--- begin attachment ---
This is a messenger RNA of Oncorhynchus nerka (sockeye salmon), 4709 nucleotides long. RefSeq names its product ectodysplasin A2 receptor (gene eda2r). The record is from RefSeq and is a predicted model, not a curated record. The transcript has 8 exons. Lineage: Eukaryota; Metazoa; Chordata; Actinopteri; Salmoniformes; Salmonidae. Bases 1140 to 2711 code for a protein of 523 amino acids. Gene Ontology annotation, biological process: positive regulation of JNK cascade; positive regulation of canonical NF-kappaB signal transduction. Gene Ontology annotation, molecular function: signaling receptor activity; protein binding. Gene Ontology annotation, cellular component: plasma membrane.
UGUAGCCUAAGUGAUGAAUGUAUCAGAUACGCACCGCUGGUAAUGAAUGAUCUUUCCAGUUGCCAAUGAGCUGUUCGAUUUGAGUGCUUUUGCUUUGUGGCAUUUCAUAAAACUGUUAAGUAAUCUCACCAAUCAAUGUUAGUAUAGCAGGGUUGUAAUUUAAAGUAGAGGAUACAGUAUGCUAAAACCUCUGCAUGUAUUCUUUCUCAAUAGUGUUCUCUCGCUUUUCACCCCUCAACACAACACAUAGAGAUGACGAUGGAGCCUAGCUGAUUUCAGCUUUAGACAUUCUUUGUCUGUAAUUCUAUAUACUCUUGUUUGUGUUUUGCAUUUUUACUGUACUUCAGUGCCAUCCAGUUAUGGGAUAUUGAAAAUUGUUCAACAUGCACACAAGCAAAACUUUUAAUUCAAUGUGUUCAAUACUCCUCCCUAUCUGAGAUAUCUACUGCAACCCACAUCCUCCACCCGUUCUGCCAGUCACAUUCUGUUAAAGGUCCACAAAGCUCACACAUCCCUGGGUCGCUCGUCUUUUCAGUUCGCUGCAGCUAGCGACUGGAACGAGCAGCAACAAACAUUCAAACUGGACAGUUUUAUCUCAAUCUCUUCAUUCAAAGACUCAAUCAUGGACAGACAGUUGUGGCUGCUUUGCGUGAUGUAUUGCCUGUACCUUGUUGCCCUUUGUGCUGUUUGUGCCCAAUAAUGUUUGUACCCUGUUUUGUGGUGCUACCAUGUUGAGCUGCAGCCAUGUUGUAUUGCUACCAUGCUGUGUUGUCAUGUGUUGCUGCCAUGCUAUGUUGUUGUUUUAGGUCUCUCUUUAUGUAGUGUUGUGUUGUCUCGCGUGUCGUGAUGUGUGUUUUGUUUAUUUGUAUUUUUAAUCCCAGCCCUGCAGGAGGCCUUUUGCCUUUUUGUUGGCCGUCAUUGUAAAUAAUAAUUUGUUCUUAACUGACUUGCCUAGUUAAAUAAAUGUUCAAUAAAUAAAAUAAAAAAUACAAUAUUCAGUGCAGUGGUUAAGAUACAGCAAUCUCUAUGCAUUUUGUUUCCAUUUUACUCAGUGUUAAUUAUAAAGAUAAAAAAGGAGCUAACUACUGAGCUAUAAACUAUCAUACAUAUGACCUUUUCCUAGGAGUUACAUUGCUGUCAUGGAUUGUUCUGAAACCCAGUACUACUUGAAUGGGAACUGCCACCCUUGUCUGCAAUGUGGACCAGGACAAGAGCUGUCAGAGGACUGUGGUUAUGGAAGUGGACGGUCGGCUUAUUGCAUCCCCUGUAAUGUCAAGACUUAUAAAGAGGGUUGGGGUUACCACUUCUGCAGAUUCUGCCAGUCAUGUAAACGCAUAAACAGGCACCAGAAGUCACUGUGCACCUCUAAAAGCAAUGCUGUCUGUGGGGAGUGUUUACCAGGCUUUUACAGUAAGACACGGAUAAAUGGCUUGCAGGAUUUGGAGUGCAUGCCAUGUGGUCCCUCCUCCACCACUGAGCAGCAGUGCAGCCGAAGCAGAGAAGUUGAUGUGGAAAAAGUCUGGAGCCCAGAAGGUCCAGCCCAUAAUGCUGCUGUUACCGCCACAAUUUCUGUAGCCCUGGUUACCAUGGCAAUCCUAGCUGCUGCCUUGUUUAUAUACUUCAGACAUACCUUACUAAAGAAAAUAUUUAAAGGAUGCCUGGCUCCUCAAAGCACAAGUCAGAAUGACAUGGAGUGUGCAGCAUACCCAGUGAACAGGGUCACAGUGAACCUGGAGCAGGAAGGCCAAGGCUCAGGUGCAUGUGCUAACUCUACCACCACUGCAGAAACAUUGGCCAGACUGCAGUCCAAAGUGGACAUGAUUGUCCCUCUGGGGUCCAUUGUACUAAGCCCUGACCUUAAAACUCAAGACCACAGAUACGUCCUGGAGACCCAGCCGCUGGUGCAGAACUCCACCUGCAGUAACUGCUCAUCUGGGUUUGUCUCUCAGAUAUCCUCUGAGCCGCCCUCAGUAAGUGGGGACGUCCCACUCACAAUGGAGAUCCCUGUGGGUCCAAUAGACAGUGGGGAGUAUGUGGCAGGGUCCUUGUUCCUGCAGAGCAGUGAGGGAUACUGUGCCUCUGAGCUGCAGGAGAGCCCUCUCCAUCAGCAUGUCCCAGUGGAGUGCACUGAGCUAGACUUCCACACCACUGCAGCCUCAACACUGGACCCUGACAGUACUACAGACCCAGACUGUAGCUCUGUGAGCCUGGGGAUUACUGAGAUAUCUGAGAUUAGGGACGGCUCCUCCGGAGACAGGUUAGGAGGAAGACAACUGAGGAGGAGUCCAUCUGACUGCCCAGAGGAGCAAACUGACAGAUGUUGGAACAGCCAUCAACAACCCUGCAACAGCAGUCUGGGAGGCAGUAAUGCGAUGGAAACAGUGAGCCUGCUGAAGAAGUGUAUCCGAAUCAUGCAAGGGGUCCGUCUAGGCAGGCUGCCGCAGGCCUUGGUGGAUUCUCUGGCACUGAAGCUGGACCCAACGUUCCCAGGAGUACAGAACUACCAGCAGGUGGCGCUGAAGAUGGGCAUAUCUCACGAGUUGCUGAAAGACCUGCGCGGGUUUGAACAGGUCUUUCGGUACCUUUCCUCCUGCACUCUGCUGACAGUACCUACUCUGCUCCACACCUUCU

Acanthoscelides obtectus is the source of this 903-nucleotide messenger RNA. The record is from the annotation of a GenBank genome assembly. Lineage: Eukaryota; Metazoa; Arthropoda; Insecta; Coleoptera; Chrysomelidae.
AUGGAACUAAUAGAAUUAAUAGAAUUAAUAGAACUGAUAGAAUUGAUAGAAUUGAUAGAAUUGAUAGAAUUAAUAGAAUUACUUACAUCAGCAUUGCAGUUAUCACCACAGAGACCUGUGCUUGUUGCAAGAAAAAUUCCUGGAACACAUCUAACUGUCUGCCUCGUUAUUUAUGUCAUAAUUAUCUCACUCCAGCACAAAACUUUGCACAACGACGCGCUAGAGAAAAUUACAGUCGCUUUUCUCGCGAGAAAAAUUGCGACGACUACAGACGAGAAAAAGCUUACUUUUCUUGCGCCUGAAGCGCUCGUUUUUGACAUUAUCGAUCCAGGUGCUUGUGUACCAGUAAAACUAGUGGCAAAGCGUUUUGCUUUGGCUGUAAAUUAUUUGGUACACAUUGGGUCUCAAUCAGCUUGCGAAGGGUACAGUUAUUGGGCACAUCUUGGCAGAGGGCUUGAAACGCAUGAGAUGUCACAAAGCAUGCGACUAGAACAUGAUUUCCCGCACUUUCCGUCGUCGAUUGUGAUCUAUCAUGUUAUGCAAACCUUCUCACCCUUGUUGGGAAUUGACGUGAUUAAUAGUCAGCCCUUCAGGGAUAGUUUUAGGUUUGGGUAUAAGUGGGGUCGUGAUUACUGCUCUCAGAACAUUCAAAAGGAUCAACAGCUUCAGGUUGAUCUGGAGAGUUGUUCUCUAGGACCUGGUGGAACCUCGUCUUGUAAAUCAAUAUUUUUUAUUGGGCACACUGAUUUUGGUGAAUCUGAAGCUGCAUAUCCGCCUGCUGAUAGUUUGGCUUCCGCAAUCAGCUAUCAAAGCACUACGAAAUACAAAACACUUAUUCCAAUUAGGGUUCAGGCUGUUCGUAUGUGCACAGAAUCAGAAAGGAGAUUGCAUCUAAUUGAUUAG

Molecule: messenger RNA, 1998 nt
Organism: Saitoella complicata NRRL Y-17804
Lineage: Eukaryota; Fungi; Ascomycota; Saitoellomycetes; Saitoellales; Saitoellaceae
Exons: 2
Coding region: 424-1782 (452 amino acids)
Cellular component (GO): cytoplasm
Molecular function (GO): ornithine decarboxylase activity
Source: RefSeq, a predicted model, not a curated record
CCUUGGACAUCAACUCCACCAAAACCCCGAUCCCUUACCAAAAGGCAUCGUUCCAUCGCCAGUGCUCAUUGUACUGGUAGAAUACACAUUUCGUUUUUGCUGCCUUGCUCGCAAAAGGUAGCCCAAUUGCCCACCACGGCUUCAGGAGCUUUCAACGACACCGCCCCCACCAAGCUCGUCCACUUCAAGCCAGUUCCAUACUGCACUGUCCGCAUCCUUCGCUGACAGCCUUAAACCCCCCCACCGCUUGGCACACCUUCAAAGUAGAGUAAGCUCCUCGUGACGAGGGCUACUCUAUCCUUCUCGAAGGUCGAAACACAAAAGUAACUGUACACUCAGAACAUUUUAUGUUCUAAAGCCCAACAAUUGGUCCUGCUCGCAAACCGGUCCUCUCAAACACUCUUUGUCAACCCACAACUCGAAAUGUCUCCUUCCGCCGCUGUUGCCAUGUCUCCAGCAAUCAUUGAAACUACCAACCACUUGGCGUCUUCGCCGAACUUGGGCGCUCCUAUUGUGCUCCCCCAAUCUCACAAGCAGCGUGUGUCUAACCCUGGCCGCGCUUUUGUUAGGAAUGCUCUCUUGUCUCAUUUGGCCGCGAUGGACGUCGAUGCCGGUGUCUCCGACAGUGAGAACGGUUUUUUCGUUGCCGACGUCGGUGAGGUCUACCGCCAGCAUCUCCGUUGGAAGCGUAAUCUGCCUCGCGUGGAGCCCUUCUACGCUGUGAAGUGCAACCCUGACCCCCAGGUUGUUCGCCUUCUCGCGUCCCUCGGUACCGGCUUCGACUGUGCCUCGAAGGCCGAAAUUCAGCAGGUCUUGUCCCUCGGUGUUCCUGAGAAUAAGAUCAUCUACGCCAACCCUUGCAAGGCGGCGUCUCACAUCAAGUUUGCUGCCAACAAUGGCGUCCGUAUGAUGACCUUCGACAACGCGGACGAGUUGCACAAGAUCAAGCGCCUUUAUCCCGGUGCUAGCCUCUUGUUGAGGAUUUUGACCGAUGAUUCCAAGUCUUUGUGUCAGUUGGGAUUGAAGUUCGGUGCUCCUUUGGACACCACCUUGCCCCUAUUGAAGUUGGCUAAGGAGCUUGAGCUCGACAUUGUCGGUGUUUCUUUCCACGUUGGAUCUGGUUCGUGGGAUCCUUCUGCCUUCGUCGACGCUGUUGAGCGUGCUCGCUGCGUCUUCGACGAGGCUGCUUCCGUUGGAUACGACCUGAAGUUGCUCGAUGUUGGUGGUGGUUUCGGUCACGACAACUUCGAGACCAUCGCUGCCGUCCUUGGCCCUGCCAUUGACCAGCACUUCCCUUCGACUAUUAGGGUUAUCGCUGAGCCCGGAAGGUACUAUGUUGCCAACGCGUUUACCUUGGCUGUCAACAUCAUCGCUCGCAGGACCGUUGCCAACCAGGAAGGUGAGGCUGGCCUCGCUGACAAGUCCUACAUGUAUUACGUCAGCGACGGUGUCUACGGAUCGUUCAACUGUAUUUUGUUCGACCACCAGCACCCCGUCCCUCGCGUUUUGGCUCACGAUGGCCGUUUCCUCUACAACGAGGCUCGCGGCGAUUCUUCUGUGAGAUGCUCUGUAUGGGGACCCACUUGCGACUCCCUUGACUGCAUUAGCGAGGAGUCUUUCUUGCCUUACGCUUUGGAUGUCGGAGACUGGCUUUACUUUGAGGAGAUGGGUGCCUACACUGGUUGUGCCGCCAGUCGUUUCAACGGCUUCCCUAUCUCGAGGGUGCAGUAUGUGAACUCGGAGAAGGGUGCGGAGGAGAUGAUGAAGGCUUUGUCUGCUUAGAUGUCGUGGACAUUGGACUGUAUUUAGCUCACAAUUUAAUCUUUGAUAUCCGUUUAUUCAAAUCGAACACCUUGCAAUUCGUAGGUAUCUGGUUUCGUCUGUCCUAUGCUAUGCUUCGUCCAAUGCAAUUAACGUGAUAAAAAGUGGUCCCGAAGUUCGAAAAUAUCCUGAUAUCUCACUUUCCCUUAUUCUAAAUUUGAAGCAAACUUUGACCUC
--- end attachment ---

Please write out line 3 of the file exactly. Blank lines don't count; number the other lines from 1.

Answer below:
Acanthoscelides obtectus is the source of this 903-nucleotide messenger RNA. The record is from the annotation of a GenBank genome assembly. Lineage: Eukaryota; Metazoa; Arthropoda; Insecta; Coleoptera; Chrysomelidae.